Opinion: State Bans on Tobacco Products Are a Disaster

Attempts by regulators to modify behavior rarely have their intended effect.

That’s what New England is finding out, as residents exploit the region’s geography and skirt state bans on tobacco by purchasing their preferred products in neighboring states. As part of an initiative to end juvenile smoking, Massachusetts banned menthol cigarettes and flavored vape products last June 1. And, by that state’s data, the policy worked: Between June and September 2020, tax stamp sales declined 24 percent from the same period in 2019.

However, that single data point doesn’t tell the whole story. In neighboring New Hampshire, tax stamp sales increased 34 percent over the same period. In Rhode Island, they increased 25 percent.

Massachusetts’ ban on menthol cigarettes didn’t succeed in its primary objective: Changing its residents’ behavior. It merely succeeded in modifying it—forcing Massachusetts residents to seek creative lateral solutions to inconvenient state laws.

In 2018, Massachusetts raised the minimum age to purchase tobacco products to 21. In 2019, it put a 4-month ban on vaping products (later permanently extended). That year, vape shows in Salem, New Hampshire, which lies just across the state line, received an influx of customers from Massachusetts. Their sales increased roughly 30 percent. Many of these customers were under 21.

Again, this data supports the conclusion that bans on tobacco products fail in their primary objective. That’s particularly true in regions like New England, where it’s easy to cross state lines. For states, this is a double loss: Not only are their attempts to force their residents to become healthier failing, but they’re also driving sales tax revenue to neighboring economies.

One reason bans on flavored tobacco may fail is that, despite the paternalistic concern in which they’re wrapped, the use of the law—which carries penalties for violation—makes people feel they’re being coerced. And nothing breeds intransigence, particularly in New England, like coercion.

As one Massachusetts smoker, interviewed by WBUR in a New Hampshire smoke shop, said, “If they ban them over here, then I’ll go to the next state that’s got ’em, you know. I think it’s stupid that they banned it, and I’m going to keep vaping anyways.”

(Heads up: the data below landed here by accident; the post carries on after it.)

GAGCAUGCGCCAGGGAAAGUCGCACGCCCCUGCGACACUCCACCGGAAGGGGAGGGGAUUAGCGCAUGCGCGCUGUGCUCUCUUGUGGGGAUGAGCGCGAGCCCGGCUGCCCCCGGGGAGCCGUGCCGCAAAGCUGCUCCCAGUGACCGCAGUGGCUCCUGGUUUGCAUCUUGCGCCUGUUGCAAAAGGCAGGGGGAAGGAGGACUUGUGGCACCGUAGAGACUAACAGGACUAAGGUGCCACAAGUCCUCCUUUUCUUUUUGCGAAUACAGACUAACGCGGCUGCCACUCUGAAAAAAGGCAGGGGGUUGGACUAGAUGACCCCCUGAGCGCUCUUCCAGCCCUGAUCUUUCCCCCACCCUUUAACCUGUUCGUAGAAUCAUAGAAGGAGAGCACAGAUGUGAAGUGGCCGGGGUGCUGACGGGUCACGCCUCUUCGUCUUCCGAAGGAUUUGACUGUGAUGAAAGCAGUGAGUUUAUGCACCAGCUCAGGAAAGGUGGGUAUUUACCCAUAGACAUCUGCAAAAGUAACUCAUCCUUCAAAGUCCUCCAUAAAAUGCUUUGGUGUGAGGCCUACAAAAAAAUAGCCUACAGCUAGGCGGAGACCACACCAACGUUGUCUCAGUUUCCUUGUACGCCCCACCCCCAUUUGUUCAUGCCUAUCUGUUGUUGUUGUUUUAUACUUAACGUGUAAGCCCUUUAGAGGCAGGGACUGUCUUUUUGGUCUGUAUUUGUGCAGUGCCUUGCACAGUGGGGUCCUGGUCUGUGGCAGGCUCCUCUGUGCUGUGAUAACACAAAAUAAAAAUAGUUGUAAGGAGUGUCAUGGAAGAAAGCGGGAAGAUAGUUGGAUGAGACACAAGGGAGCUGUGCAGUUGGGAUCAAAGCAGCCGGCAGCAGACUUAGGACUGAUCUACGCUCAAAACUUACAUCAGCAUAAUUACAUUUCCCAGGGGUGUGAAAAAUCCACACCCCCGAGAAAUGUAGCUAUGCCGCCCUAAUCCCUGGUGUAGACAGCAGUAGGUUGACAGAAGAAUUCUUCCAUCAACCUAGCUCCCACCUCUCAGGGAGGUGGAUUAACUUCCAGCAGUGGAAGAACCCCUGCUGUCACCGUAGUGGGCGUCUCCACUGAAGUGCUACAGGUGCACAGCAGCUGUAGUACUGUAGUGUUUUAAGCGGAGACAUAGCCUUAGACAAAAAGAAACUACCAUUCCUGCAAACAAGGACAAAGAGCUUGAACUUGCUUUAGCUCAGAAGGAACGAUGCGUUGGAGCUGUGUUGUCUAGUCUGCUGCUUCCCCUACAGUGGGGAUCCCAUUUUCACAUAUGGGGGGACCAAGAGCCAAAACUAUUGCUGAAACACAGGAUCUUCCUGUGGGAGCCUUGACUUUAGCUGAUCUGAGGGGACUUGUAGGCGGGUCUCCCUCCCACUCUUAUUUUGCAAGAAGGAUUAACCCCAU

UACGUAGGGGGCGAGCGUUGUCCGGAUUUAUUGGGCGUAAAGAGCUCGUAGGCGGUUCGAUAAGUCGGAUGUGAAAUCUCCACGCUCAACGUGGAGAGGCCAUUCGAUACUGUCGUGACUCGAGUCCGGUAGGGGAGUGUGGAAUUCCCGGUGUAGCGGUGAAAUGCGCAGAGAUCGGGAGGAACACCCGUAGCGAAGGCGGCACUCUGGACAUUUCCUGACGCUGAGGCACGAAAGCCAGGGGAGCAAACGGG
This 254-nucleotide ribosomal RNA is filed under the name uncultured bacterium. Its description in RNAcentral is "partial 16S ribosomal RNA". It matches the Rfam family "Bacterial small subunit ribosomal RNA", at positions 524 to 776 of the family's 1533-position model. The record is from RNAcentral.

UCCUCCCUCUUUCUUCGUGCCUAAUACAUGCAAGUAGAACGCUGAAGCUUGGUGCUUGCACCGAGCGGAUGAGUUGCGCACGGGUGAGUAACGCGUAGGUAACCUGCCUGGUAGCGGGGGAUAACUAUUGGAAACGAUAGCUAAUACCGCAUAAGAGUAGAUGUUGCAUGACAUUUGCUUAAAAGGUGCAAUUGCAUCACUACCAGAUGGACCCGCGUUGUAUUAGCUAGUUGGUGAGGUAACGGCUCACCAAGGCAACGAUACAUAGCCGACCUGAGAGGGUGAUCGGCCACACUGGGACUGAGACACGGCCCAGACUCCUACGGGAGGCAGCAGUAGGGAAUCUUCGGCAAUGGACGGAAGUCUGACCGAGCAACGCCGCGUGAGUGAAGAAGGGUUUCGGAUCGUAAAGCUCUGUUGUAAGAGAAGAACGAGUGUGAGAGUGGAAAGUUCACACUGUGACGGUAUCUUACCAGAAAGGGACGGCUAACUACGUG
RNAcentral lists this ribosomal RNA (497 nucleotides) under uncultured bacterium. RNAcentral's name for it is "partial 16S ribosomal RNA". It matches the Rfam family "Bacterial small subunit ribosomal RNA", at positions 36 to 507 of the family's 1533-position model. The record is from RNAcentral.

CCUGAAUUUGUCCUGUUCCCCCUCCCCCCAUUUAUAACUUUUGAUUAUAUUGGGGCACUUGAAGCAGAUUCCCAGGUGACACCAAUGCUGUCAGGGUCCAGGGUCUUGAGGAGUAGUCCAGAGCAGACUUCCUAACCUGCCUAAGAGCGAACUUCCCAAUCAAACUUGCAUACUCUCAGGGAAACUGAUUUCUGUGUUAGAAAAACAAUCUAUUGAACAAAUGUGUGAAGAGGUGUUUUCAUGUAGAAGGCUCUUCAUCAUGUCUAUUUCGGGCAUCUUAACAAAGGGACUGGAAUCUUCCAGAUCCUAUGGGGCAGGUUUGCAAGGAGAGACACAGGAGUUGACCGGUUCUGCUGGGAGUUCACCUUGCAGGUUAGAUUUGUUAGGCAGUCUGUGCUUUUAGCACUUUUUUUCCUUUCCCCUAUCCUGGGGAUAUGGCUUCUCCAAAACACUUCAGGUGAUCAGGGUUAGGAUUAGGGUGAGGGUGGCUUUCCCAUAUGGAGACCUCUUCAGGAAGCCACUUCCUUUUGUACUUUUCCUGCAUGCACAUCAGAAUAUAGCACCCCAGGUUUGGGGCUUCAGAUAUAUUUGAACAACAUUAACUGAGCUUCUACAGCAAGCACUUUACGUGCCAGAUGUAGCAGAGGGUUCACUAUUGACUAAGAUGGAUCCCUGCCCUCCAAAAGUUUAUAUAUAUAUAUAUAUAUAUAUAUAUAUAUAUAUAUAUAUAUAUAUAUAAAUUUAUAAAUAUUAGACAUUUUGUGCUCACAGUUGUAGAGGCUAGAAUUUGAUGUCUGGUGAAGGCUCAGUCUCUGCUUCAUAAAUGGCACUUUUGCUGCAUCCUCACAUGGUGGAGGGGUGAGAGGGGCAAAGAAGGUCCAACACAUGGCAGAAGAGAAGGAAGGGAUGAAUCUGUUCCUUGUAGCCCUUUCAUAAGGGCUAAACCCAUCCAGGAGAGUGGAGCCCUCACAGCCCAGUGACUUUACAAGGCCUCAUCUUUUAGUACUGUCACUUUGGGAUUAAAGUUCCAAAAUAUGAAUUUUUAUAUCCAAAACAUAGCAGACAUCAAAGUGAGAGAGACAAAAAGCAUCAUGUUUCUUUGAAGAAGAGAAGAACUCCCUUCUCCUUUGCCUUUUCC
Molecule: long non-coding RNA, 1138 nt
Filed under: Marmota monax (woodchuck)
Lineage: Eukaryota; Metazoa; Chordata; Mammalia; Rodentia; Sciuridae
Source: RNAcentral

In Rhode Island, which permanently banned flavored vape products in March 2020, consumers and smoke shop owners had a similar reaction, with some who smoked flavored products pointing out that the likely effect would be to drive many back to smoking cigarettes.

When Rhode Island only had a temporary ban on the sale of flavored vape products in place, small business owners expressed concerns about their ability to earn a living. As the owner of one smoke shop noted, “They are small business owners trying to eke out a living in a non-business friendly state as it is … You are basically putting these people out of business.”

And that’s another problem with state-backed bans on “bad behavior”: They follow a very narrow definition of what’s for the good of the community. Not only do such bans target people who are legally using products, but they destroy jobs and drive competition to businesses in other states. It’s hard to see how that contributes to Rhode Island’s long-term health, economic or otherwise.

Rhode Island also has the fifth-highest tax on tobacco products in the nation. In 2017, the state increased tax on tobacco products from $3.75 to $4.25. It was a punitive measure designed to disincentivize smoking by making it expensive. It didn’t work, and it’s likely contributed to the prevalence of black market tobacco products in the state. Before the tax increase, Rhode Island had the 18th highest inflow of smuggled cigarettes in the nation. After the tax, it had the 8th highest inflow. States have no control over the production of black market products, which increases the likelihood they contain dangerous, potentially life-threatening substances.

Connecticut is currently considering joining the rest of southern New England in banning menthol cigarettes and other flavored vape products. New Hampshire lawmakers have floated a similar proposal. Should these bans become law, it’s likely smokers who no longer have the option to drive across state borders to purchase vape products in their preferred flavors will also be forced to turn to the black market.

That’s highly concerning, as black market vape products, which contained non-water soluble ingredients banned in legally sold products, were responsible for the illness that caused the anti-vape panic in 2019.

As with all attempts by government officials to legislate morality, state bans on tobacco not only fail in their primary objective, but have knock-on effects likely to put the health of their residents in greater jeopardy.

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